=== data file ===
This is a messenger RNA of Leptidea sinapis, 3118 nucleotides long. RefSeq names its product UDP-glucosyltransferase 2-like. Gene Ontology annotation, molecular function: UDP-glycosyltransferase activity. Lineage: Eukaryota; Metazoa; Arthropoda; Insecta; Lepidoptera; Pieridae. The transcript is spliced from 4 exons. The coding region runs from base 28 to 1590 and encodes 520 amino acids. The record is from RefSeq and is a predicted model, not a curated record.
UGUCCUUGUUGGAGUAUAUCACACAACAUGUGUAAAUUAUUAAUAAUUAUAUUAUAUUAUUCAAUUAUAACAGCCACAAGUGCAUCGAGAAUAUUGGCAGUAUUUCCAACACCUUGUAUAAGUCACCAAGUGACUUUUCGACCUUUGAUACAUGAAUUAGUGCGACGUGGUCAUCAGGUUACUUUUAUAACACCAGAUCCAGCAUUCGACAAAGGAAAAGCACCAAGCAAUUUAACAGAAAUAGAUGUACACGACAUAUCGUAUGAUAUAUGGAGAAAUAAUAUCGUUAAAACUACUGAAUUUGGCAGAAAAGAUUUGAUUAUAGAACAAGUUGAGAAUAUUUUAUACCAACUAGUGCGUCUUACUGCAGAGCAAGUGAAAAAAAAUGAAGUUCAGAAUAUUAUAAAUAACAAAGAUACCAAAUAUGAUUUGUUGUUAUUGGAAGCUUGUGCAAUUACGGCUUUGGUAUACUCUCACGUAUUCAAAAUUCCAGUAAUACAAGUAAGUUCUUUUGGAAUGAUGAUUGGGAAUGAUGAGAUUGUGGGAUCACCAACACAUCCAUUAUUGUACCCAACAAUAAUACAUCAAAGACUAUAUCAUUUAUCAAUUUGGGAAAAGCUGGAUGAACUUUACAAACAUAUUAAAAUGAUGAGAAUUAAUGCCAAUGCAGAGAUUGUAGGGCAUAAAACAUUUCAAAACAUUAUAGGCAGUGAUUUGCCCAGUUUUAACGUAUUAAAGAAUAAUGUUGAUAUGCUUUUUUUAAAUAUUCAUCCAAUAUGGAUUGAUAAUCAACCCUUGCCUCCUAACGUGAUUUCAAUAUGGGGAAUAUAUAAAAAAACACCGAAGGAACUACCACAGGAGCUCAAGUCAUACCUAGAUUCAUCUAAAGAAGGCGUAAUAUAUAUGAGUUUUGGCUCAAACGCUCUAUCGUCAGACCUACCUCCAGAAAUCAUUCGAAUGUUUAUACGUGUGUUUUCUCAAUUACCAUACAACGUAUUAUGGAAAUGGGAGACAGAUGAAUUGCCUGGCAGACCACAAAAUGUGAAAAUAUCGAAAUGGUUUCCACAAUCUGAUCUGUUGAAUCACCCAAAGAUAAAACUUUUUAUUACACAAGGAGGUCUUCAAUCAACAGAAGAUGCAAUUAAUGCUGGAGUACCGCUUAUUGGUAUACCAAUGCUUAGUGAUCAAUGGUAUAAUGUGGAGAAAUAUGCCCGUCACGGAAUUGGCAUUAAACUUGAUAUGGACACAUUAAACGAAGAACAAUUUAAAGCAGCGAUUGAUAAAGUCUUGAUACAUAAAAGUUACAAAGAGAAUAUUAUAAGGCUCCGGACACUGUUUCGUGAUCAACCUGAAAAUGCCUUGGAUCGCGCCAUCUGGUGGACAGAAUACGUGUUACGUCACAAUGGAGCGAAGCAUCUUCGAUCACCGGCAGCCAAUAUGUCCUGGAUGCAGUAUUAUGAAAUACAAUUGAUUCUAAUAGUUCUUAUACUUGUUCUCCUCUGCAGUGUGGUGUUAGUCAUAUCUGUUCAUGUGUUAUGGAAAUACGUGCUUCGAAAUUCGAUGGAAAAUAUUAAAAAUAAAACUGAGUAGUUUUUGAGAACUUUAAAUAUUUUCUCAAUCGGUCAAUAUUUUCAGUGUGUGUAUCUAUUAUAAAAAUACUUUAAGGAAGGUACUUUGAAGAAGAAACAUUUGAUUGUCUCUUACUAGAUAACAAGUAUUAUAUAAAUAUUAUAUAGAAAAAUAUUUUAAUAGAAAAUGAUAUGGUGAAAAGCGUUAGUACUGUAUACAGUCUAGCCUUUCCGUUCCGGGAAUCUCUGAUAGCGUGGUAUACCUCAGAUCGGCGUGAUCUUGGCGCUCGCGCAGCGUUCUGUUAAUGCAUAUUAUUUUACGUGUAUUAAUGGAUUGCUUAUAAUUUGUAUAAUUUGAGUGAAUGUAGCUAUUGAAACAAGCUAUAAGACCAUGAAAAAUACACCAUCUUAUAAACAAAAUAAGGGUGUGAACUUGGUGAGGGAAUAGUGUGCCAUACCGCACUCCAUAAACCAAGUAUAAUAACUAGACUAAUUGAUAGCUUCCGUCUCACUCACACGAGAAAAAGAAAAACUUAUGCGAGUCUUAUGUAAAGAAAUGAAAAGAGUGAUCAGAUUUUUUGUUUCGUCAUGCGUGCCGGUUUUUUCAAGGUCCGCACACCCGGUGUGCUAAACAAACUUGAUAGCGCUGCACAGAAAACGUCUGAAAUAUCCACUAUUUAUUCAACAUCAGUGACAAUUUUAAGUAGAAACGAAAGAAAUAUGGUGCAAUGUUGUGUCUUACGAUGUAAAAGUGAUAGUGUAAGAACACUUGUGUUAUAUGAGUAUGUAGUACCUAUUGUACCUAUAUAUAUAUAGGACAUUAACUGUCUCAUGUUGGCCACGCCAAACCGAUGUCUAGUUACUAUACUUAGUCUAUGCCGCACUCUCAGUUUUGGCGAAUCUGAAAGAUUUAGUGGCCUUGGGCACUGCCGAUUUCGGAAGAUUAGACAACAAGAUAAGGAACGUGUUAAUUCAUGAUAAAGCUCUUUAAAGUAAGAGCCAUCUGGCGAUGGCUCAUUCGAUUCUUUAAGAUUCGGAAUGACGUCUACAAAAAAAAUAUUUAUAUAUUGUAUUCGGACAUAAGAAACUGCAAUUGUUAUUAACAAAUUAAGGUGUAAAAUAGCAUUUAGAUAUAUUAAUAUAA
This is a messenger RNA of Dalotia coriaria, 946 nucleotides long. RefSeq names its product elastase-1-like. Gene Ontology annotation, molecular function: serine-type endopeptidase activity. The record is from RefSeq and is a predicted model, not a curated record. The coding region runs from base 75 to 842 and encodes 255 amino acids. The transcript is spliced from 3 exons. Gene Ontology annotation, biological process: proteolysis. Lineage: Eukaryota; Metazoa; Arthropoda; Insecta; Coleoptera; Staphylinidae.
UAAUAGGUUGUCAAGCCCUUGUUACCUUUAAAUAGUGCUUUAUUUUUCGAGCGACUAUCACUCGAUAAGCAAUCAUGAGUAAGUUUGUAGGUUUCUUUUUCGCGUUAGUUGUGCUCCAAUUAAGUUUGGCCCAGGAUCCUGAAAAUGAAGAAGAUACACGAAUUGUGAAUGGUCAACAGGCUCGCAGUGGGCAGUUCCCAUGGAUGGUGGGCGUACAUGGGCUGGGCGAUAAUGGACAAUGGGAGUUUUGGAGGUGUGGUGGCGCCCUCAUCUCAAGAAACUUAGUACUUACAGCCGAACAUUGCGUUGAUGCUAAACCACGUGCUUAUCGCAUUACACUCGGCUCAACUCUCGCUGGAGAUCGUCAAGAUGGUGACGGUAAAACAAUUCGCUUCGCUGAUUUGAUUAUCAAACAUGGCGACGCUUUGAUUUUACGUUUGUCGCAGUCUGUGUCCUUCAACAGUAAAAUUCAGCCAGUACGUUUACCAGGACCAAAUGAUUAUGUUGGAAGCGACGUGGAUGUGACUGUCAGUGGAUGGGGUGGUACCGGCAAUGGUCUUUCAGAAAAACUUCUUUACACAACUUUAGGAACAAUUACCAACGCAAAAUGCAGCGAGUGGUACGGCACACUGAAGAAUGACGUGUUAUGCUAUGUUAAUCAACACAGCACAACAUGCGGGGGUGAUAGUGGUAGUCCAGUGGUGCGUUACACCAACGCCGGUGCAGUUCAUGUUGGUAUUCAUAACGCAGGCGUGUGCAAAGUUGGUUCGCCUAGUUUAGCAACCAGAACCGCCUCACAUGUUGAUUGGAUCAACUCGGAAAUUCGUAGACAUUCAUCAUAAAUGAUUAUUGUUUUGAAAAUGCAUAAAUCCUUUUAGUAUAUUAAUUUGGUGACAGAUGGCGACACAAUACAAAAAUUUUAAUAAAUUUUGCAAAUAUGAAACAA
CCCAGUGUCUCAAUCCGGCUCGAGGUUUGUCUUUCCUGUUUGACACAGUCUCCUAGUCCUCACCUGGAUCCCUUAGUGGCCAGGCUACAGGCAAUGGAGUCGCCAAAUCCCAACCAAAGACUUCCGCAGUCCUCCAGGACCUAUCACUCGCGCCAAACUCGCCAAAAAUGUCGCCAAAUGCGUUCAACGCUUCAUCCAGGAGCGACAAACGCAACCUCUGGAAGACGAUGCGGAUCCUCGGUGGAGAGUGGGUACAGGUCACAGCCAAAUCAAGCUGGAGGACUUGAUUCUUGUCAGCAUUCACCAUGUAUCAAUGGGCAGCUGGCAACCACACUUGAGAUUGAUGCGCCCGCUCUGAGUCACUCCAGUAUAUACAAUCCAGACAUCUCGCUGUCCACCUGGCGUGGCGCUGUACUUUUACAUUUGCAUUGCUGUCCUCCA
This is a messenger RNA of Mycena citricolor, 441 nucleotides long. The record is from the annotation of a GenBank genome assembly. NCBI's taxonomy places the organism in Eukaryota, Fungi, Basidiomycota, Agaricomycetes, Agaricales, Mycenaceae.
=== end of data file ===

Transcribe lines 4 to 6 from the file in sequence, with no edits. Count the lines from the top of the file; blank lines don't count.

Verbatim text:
UAAUAGGUUGUCAAGCCCUUGUUACCUUUAAAUAGUGCUUUAUUUUUCGAGCGACUAUCACUCGAUAAGCAAUCAUGAGUAAGUUUGUAGGUUUCUUUUUCGCGUUAGUUGUGCUCCAAUUAAGUUUGGCCCAGGAUCCUGAAAAUGAAGAAGAUACACGAAUUGUGAAUGGUCAACAGGCUCGCAGUGGGCAGUUCCCAUGGAUGGUGGGCGUACAUGGGCUGGGCGAUAAUGGACAAUGGGAGUUUUGGAGGUGUGGUGGCGCCCUCAUCUCAAGAAACUUAGUACUUACAGCCGAACAUUGCGUUGAUGCUAAACCACGUGCUUAUCGCAUUACACUCGGCUCAACUCUCGCUGGAGAUCGUCAAGAUGGUGACGGUAAAACAAUUCGCUUCGCUGAUUUGAUUAUCAAACAUGGCGACGCUUUGAUUUUACGUUUGUCGCAGUCUGUGUCCUUCAACAGUAAAAUUCAGCCAGUACGUUUACCAGGACCAAAUGAUUAUGUUGGAAGCGACGUGGAUGUGACUGUCAGUGGAUGGGGUGGUACCGGCAAUGGUCUUUCAGAAAAACUUCUUUACACAACUUUAGGAACAAUUACCAACGCAAAAUGCAGCGAGUGGUACGGCACACUGAAGAAUGACGUGUUAUGCUAUGUUAAUCAACACAGCACAACAUGCGGGGGUGAUAGUGGUAGUCCAGUGGUGCGUUACACCAACGCCGGUGCAGUUCAUGUUGGUAUUCAUAACGCAGGCGUGUGCAAAGUUGGUUCGCCUAGUUUAGCAACCAGAACCGCCUCACAUGUUGAUUGGAUCAACUCGGAAAUUCGUAGACAUUCAUCAUAAAUGAUUAUUGUUUUGAAAAUGCAUAAAUCCUUUUAGUAUAUUAAUUUGGUGACAGAUGGCGACACAAUACAAAAAUUUUAAUAAAUUUUGCAAAUAUGAAACAA
CCCAGUGUCUCAAUCCGGCUCGAGGUUUGUCUUUCCUGUUUGACACAGUCUCCUAGUCCUCACCUGGAUCCCUUAGUGGCCAGGCUACAGGCAAUGGAGUCGCCAAAUCCCAACCAAAGACUUCCGCAGUCCUCCAGGACCUAUCACUCGCGCCAAACUCGCCAAAAAUGUCGCCAAAUGCGUUCAACGCUUCAUCCAGGAGCGACAAACGCAACCUCUGGAAGACGAUGCGGAUCCUCGGUGGAGAGUGGGUACAGGUCACAGCCAAAUCAAGCUGGAGGACUUGAUUCUUGUCAGCAUUCACCAUGUAUCAAUGGGCAGCUGGCAACCACACUUGAGAUUGAUGCGCCCGCUCUGAGUCACUCCAGUAUAUACAAUCCAGACAUCUCGCUGUCCACCUGGCGUGGCGCUGUACUUUUACAUUUGCAUUGCUGUCCUCCA
This is a messenger RNA of Mycena citricolor, 441 nucleotides long. The record is from the annotation of a GenBank genome assembly. NCBI's taxonomy places the organism in Eukaryota, Fungi, Basidiomycota, Agaricomycetes, Agaricales, Mycenaceae.